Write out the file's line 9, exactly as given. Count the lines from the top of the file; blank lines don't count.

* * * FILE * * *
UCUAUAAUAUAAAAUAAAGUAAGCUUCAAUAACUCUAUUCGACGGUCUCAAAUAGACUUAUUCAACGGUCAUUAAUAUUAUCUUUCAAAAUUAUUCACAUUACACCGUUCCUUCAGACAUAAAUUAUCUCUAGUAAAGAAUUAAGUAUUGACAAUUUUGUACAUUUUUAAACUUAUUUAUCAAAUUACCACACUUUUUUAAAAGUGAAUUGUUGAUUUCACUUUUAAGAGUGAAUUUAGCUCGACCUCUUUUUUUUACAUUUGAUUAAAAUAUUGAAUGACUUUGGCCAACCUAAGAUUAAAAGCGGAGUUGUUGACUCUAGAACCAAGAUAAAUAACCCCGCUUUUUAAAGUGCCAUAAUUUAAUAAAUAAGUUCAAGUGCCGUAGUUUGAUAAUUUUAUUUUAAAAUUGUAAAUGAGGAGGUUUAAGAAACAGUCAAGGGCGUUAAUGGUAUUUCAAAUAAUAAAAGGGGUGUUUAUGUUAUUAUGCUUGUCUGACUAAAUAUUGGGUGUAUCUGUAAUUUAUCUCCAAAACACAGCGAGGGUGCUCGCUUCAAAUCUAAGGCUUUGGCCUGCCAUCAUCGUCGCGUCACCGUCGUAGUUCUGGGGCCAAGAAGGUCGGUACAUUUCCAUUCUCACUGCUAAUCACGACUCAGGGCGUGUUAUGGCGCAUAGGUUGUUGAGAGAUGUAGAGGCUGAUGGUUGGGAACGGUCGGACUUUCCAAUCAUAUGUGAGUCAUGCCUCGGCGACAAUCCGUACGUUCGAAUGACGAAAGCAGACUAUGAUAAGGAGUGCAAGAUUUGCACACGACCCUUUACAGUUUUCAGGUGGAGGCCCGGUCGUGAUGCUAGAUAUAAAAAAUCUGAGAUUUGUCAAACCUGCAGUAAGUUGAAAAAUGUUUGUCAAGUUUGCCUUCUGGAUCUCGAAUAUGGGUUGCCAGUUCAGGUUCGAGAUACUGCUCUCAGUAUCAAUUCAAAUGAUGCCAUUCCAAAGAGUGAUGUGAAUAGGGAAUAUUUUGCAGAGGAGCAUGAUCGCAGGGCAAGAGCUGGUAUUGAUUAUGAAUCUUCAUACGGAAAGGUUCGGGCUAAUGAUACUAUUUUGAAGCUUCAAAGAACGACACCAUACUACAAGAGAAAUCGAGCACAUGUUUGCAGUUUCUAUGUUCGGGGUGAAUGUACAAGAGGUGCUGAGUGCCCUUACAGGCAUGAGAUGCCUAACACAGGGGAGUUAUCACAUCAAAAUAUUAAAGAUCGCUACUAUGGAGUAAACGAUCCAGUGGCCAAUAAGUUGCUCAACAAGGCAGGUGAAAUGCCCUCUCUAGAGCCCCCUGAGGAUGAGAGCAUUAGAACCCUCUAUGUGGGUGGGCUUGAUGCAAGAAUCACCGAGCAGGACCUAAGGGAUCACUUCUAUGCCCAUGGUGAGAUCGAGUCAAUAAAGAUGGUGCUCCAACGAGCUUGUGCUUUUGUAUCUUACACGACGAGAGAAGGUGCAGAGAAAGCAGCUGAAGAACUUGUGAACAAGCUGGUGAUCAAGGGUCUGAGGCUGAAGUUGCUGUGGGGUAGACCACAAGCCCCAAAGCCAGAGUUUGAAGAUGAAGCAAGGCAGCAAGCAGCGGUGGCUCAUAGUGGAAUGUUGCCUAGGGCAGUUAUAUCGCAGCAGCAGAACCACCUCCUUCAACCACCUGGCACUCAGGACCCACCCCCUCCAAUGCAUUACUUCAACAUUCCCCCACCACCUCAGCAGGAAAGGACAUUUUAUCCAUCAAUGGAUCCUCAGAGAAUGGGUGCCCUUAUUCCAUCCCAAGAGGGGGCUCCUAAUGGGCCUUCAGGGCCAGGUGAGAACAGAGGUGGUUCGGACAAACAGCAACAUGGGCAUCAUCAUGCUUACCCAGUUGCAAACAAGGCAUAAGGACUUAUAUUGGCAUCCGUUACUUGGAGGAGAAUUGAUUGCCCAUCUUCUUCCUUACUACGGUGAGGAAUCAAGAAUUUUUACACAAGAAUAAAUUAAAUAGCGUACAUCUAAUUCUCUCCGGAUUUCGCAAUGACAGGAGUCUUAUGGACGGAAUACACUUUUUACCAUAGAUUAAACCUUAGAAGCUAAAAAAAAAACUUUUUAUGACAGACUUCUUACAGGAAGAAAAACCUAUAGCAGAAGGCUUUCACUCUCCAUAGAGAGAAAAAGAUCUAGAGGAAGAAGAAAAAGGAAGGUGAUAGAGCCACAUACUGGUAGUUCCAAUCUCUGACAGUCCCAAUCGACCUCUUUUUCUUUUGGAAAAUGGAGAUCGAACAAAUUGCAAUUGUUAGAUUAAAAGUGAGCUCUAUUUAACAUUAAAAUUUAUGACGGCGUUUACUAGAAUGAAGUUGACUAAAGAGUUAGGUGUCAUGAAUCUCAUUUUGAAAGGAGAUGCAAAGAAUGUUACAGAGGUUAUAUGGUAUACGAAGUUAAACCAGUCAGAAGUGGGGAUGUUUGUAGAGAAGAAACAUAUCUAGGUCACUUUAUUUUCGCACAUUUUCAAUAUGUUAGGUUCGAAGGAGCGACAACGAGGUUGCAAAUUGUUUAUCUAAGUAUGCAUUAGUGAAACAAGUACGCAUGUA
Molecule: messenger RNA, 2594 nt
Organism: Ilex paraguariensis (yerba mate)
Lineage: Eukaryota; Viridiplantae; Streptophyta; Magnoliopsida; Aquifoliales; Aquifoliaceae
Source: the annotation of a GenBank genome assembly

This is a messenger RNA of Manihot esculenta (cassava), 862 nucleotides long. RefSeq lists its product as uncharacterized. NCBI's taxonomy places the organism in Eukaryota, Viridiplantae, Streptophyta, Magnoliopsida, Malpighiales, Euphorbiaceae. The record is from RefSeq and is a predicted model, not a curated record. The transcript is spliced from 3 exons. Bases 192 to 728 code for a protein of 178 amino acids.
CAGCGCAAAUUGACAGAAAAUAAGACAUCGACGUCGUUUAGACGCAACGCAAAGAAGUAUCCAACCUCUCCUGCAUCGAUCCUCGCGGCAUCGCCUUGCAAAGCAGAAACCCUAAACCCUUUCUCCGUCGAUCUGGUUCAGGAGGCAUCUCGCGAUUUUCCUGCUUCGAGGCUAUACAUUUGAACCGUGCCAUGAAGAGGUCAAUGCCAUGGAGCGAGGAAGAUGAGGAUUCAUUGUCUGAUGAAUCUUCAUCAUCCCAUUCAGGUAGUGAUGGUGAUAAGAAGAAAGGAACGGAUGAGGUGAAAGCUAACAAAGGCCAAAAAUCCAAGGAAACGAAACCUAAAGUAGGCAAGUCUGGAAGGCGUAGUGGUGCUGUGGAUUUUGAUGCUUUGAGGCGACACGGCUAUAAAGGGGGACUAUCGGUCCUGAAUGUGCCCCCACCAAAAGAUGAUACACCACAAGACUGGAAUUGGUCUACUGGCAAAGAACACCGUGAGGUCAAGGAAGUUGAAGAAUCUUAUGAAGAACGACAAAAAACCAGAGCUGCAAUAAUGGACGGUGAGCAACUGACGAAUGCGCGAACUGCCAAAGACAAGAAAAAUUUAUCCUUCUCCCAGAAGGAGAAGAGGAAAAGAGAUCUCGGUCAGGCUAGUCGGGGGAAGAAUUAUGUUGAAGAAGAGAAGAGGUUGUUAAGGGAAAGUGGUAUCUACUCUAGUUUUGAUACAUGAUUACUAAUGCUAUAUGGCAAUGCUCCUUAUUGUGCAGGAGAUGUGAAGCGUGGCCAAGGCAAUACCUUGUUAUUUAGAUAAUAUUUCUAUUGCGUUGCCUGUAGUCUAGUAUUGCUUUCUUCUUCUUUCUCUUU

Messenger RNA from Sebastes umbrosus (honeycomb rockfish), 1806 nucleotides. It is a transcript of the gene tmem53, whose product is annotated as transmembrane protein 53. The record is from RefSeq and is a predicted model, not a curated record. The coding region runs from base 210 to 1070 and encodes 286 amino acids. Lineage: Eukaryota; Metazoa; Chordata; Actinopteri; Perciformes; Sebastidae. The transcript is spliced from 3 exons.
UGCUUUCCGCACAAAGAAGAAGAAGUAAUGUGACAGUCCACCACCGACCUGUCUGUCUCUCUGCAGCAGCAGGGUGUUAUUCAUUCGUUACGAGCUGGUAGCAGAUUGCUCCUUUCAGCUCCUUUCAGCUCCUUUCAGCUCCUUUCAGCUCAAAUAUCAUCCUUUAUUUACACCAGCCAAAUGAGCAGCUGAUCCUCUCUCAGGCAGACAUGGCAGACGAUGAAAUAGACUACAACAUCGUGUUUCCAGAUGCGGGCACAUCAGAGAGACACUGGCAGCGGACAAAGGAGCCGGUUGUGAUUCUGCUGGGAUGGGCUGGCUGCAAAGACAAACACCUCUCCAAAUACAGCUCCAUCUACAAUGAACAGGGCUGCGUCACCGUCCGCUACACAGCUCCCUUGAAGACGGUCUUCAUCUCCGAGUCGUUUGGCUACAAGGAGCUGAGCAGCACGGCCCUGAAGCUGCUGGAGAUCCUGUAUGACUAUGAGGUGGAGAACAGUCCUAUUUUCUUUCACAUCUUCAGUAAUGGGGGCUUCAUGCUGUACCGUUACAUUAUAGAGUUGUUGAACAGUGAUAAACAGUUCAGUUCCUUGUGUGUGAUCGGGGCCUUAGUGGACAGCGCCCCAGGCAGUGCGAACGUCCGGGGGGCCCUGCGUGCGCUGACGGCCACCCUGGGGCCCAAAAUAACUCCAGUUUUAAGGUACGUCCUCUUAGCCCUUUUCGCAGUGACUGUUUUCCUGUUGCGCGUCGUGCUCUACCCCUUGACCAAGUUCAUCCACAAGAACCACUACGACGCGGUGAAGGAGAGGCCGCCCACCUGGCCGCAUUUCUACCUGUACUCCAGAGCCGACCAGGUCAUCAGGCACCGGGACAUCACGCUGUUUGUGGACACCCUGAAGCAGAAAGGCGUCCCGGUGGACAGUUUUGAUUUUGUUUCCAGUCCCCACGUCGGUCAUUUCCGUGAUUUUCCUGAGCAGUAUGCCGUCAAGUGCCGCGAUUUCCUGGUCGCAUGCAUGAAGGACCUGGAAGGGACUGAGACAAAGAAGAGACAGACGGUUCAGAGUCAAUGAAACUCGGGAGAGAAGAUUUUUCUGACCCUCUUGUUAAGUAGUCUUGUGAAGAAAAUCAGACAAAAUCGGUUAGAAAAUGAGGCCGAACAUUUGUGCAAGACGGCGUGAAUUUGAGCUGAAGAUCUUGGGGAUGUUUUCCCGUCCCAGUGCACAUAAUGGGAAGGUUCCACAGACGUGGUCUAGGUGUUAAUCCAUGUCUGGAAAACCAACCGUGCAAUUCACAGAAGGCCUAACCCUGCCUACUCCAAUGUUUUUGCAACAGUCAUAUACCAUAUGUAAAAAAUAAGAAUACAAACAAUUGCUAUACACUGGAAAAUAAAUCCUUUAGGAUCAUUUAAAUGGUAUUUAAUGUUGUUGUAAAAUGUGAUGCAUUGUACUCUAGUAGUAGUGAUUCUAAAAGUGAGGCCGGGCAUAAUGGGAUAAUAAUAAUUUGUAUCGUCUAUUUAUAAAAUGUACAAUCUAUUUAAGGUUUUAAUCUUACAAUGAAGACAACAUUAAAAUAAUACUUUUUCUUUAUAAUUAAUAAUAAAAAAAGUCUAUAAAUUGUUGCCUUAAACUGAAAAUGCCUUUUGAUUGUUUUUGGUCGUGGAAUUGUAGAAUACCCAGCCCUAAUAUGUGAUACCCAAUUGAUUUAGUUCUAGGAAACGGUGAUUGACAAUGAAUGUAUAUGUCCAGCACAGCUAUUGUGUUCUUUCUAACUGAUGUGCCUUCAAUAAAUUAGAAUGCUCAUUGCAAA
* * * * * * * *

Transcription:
UGCUUUCCGCACAAAGAAGAAGAAGUAAUGUGACAGUCCACCACCGACCUGUCUGUCUCUCUGCAGCAGCAGGGUGUUAUUCAUUCGUUACGAGCUGGUAGCAGAUUGCUCCUUUCAGCUCCUUUCAGCUCCUUUCAGCUCCUUUCAGCUCAAAUAUCAUCCUUUAUUUACACCAGCCAAAUGAGCAGCUGAUCCUCUCUCAGGCAGACAUGGCAGACGAUGAAAUAGACUACAACAUCGUGUUUCCAGAUGCGGGCACAUCAGAGAGACACUGGCAGCGGACAAAGGAGCCGGUUGUGAUUCUGCUGGGAUGGGCUGGCUGCAAAGACAAACACCUCUCCAAAUACAGCUCCAUCUACAAUGAACAGGGCUGCGUCACCGUCCGCUACACAGCUCCCUUGAAGACGGUCUUCAUCUCCGAGUCGUUUGGCUACAAGGAGCUGAGCAGCACGGCCCUGAAGCUGCUGGAGAUCCUGUAUGACUAUGAGGUGGAGAACAGUCCUAUUUUCUUUCACAUCUUCAGUAAUGGGGGCUUCAUGCUGUACCGUUACAUUAUAGAGUUGUUGAACAGUGAUAAACAGUUCAGUUCCUUGUGUGUGAUCGGGGCCUUAGUGGACAGCGCCCCAGGCAGUGCGAACGUCCGGGGGGCCCUGCGUGCGCUGACGGCCACCCUGGGGCCCAAAAUAACUCCAGUUUUAAGGUACGUCCUCUUAGCCCUUUUCGCAGUGACUGUUUUCCUGUUGCGCGUCGUGCUCUACCCCUUGACCAAGUUCAUCCACAAGAACCACUACGACGCGGUGAAGGAGAGGCCGCCCACCUGGCCGCAUUUCUACCUGUACUCCAGAGCCGACCAGGUCAUCAGGCACCGGGACAUCACGCUGUUUGUGGACACCCUGAAGCAGAAAGGCGUCCCGGUGGACAGUUUUGAUUUUGUUUCCAGUCCCCACGUCGGUCAUUUCCGUGAUUUUCCUGAGCAGUAUGCCGUCAAGUGCCGCGAUUUCCUGGUCGCAUGCAUGAAGGACCUGGAAGGGACUGAGACAAAGAAGAGACAGACGGUUCAGAGUCAAUGAAACUCGGGAGAGAAGAUUUUUCUGACCCUCUUGUUAAGUAGUCUUGUGAAGAAAAUCAGACAAAAUCGGUUAGAAAAUGAGGCCGAACAUUUGUGCAAGACGGCGUGAAUUUGAGCUGAAGAUCUUGGGGAUGUUUUCCCGUCCCAGUGCACAUAAUGGGAAGGUUCCACAGACGUGGUCUAGGUGUUAAUCCAUGUCUGGAAAACCAACCGUGCAAUUCACAGAAGGCCUAACCCUGCCUACUCCAAUGUUUUUGCAACAGUCAUAUACCAUAUGUAAAAAAUAAGAAUACAAACAAUUGCUAUACACUGGAAAAUAAAUCCUUUAGGAUCAUUUAAAUGGUAUUUAAUGUUGUUGUAAAAUGUGAUGCAUUGUACUCUAGUAGUAGUGAUUCUAAAAGUGAGGCCGGGCAUAAUGGGAUAAUAAUAAUUUGUAUCGUCUAUUUAUAAAAUGUACAAUCUAUUUAAGGUUUUAAUCUUACAAUGAAGACAACAUUAAAAUAAUACUUUUUCUUUAUAAUUAAUAAUAAAAAAAGUCUAUAAAUUGUUGCCUUAAACUGAAAAUGCCUUUUGAUUGUUUUUGGUCGUGGAAUUGUAGAAUACCCAGCCCUAAUAUGUGAUACCCAAUUGAUUUAGUUCUAGGAAACGGUGAUUGACAAUGAAUGUAUAUGUCCAGCACAGCUAUUGUGUUCUUUCUAACUGAUGUGCCUUCAAUAAAUUAGAAUGCUCAUUGCAAA